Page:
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Fear patients could ‘go blind’ while awaiting care

By Mindo - 19th Jun 2018

In the UK, where waiting lists are between six and 18 months, some patients have gone blind while awaiting surgery, according to Dublin GP Dr Ray Walley.

But an Irish survey from the Association of Optometrists in Ireland recently revealed that the average wait for cataract surgery here is 28 months, with some individuals waiting for up to five years.

“People have gone blind on waiting lists in the UK and their waiting lists only stretched out to 18 months, so we urgently need to do something about this now,” he said.

“I have personal experience of two patients who I referred and by the time they were operated on, they were three-and-a-half years on the waiting list. These patients were initially referred with reduced visual acuity. But it got to the point where one person could only see light. They couldn’t even count fingers. The danger was if that progressed any further, they could lose the ability to see.”

Dr Walley said that at the time, he did nothing more than make attempts to expedite their care as he thought their situation was unique, but the survey has shown that many patients are in a similar position.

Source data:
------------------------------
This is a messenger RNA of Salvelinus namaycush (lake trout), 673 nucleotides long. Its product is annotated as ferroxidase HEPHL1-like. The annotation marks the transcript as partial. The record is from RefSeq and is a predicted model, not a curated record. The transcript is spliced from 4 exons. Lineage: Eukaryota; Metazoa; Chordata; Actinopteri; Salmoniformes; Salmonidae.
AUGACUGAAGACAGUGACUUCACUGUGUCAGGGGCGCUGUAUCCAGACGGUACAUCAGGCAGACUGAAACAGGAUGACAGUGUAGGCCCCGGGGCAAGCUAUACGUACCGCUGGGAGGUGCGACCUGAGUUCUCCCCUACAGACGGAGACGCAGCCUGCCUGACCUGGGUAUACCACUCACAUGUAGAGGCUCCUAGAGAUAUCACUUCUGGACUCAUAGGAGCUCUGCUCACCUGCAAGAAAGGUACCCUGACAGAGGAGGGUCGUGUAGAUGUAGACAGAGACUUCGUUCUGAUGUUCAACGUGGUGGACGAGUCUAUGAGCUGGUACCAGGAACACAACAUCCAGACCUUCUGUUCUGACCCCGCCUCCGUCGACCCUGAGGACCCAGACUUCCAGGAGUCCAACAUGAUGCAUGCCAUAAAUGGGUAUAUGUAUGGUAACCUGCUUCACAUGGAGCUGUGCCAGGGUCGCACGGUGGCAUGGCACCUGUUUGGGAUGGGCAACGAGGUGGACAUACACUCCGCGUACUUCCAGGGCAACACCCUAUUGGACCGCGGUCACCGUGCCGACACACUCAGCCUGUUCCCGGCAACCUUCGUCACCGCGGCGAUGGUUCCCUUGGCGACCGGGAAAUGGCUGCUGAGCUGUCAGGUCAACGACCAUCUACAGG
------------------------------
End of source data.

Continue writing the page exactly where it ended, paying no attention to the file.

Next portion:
“I’m calling for this now because I realise my two patients are part of a bigger picture. We need a national review in regard to all people on the waiting list for cataracts and it needs to be done with urgency because if you’ve got people, as stated in that survey, waiting up to five years, that’s outrageous.”

Patients with limited sight due to cataracts are at significant risk of developing depression, social isolation and hip fractures, Dr Walley warned.

“What we know is, this is a false economy because these people are going to have a significant risk of depression, social isolation and hip fractures because they can’t see things. If you have to treat a mental condition or repair a hip fracture, it is substantially more expensive to the healthcare service than the cost of a cataract operation. A cataract operation costs in the order of €1,000.”

The urgent review is required, he said, because when patients develop a cataract, they don’t just lose sight but also resolution, where patients cannot tell when looking at something how near it is.

He said the patient review needs to prioritise the worst cases to see if the level of deterioration in a person’s vision warrants an immediate operation.

“There are other things to assess but if these people are not being assessed, the letter just goes into another pile,” he said.

“We need an urgent review of these people on the waiting list to ensure we don’t have people going blind and we don’t have people unnecessarily ending up with fractures, which could effectively shorten their life.”

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